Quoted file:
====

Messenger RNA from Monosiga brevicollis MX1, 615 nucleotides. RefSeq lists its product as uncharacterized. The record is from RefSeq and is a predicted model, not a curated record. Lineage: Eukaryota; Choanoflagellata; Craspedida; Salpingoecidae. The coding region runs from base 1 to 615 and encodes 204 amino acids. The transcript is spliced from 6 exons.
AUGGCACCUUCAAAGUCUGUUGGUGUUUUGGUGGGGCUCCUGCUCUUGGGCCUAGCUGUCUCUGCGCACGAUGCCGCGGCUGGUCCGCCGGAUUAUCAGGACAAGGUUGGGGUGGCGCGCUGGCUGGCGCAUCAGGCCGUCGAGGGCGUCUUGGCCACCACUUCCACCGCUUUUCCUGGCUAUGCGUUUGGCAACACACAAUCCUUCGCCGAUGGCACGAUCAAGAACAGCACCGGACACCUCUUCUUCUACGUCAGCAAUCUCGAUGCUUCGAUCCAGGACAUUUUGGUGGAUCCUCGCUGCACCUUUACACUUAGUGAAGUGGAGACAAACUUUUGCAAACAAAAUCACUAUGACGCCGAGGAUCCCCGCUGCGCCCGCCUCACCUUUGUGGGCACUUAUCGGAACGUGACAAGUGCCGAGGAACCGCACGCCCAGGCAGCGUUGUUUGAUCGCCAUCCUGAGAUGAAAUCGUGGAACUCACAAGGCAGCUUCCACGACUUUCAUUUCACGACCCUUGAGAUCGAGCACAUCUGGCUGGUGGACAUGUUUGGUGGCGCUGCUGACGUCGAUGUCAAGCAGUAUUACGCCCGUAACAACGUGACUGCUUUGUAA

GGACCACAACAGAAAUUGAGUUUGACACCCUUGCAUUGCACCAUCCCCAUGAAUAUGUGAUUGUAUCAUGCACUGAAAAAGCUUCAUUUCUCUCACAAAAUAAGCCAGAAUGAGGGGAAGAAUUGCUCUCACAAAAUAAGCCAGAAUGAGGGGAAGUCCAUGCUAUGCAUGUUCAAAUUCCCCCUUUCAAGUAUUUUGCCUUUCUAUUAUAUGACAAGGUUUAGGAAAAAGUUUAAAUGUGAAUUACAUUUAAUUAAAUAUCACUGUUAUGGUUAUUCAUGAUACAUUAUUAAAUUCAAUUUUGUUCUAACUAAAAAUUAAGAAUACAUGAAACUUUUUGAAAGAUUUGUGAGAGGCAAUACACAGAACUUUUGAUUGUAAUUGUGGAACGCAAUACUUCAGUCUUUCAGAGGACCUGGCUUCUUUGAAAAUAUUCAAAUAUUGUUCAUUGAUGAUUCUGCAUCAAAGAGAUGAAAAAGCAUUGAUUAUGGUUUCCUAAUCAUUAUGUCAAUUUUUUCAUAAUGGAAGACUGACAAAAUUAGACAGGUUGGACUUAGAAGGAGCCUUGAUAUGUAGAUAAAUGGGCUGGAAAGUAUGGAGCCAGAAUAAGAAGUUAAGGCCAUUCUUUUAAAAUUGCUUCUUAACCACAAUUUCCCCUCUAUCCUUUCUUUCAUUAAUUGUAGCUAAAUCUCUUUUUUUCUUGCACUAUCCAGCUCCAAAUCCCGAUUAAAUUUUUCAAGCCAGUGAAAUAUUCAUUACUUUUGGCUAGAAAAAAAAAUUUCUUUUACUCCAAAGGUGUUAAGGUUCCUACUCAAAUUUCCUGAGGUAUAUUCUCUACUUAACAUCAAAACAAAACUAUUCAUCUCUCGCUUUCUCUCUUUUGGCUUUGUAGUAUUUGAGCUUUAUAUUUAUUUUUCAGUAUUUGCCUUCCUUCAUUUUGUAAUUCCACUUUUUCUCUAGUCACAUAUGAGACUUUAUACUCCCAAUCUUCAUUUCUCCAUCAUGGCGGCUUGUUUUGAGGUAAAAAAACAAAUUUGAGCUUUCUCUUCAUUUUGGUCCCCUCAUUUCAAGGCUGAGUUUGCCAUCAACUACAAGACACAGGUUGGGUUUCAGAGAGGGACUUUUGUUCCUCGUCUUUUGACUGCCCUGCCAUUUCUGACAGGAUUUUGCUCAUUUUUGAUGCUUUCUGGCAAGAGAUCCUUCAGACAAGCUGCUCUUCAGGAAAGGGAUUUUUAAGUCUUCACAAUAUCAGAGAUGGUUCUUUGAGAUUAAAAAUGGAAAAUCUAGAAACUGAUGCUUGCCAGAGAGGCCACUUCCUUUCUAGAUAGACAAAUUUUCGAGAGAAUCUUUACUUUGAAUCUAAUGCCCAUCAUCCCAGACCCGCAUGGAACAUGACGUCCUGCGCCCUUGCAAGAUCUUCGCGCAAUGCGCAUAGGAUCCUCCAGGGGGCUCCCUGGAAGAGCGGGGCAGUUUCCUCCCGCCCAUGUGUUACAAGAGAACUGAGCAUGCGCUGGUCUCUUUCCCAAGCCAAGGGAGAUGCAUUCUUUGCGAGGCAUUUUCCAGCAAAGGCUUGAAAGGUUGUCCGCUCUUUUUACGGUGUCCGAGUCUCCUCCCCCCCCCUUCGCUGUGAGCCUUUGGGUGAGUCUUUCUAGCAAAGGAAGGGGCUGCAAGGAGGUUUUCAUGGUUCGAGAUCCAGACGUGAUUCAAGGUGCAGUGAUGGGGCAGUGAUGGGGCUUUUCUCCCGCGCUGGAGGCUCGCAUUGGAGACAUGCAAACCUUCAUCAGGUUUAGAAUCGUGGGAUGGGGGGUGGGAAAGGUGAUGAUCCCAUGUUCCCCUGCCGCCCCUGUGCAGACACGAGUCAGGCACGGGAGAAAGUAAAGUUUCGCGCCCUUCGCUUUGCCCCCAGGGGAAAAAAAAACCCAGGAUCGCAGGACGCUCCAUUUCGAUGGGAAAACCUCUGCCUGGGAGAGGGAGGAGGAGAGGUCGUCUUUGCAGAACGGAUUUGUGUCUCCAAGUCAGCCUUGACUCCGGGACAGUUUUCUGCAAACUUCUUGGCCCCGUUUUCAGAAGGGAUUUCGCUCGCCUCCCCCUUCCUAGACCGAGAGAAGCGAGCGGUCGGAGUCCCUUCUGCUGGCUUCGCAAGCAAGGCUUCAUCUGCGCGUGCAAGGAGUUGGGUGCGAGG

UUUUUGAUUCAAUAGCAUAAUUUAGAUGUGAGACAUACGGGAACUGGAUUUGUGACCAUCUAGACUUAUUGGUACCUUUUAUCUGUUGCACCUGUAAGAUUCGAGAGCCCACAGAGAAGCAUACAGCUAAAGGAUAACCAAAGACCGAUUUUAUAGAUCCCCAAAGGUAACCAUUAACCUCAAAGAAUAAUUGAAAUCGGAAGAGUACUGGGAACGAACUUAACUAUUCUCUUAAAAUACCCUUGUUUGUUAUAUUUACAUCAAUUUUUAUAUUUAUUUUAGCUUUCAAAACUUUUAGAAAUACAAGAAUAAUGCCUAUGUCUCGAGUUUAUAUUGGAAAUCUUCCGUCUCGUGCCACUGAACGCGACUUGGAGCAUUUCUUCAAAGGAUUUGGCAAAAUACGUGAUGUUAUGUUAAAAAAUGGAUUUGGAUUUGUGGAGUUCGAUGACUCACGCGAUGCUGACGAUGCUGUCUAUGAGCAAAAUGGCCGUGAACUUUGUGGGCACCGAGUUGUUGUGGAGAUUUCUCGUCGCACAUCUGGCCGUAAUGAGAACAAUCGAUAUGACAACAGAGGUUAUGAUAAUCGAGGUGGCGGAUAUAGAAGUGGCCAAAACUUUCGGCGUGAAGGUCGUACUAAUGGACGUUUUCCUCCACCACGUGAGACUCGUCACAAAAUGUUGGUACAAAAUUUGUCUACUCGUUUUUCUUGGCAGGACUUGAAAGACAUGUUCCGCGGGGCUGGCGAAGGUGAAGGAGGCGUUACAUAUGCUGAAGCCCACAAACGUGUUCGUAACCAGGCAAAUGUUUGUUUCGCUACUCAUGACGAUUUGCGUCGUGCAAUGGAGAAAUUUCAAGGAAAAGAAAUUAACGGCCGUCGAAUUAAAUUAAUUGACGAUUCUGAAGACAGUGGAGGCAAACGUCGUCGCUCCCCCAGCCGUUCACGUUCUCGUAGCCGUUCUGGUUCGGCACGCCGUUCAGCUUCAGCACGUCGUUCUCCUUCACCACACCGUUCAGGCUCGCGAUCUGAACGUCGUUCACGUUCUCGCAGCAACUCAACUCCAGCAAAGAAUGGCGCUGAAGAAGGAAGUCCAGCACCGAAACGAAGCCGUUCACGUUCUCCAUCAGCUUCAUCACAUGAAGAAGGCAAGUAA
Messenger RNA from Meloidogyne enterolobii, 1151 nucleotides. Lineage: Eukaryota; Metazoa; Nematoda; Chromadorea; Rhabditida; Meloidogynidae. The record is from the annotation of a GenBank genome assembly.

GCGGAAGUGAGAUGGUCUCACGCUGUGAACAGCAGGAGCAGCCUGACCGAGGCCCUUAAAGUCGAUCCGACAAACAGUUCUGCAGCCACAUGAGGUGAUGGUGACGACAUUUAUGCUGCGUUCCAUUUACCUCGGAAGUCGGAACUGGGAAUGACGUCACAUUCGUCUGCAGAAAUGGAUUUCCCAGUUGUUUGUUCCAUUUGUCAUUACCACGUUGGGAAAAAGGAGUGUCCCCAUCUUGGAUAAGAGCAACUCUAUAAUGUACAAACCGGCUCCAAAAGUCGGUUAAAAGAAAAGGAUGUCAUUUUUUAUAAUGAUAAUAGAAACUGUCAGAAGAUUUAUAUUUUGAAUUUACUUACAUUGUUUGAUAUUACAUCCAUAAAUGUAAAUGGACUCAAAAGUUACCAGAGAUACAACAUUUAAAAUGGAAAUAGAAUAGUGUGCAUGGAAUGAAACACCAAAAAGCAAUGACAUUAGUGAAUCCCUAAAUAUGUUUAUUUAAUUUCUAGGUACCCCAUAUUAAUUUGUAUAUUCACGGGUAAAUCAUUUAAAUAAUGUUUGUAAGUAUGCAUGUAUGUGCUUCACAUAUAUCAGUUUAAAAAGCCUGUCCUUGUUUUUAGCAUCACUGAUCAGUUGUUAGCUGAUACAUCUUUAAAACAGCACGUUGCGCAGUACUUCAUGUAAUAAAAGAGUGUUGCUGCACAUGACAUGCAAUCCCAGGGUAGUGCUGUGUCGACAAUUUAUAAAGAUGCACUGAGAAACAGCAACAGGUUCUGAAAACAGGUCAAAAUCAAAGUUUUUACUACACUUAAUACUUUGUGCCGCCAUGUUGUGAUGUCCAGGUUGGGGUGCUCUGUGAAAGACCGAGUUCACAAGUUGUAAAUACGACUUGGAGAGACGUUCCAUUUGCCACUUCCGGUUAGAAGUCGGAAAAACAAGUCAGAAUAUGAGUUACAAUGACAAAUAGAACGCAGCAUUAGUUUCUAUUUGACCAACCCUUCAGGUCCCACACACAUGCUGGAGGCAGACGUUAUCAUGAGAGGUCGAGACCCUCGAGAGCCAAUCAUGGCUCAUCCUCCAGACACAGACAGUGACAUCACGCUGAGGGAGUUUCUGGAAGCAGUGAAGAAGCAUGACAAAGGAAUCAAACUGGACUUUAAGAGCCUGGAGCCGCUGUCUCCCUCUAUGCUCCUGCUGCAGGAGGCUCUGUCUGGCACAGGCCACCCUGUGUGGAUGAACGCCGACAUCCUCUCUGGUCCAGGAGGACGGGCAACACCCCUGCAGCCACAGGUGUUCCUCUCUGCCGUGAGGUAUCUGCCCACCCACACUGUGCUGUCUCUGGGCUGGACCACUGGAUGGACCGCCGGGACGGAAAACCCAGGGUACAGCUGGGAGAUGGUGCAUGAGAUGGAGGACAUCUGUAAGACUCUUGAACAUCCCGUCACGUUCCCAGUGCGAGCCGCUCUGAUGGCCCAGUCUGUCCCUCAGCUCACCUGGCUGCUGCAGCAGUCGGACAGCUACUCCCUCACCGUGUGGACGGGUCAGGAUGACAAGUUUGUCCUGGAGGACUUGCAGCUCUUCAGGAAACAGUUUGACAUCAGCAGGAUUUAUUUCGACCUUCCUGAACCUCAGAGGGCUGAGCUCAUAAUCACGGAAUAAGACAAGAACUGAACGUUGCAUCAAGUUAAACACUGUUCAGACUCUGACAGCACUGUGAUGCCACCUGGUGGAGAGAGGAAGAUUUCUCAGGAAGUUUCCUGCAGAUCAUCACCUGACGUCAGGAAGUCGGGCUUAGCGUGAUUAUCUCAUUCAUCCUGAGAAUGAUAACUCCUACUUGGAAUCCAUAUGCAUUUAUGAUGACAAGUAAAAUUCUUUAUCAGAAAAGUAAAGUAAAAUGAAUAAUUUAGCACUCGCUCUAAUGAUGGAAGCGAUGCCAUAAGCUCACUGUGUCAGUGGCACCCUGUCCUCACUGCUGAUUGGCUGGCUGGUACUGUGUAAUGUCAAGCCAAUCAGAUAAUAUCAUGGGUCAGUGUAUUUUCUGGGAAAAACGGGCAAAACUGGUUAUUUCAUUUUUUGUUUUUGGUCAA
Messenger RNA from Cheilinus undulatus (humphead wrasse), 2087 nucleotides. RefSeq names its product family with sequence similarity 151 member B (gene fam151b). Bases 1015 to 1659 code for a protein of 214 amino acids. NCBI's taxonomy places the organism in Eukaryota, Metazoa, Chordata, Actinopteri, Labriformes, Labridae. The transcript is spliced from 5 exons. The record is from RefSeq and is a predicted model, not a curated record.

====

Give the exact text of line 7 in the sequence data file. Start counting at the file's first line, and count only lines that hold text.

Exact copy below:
Messenger RNA from Cheilinus undulatus (humphead wrasse), 2087 nucleotides. RefSeq names its product family with sequence similarity 151 member B (gene fam151b). Bases 1015 to 1659 code for a protein of 214 amino acids. NCBI's taxonomy places the organism in Eukaryota, Metazoa, Chordata, Actinopteri, Labriformes, Labridae. The transcript is spliced from 5 exons. The record is from RefSeq and is a predicted model, not a curated record.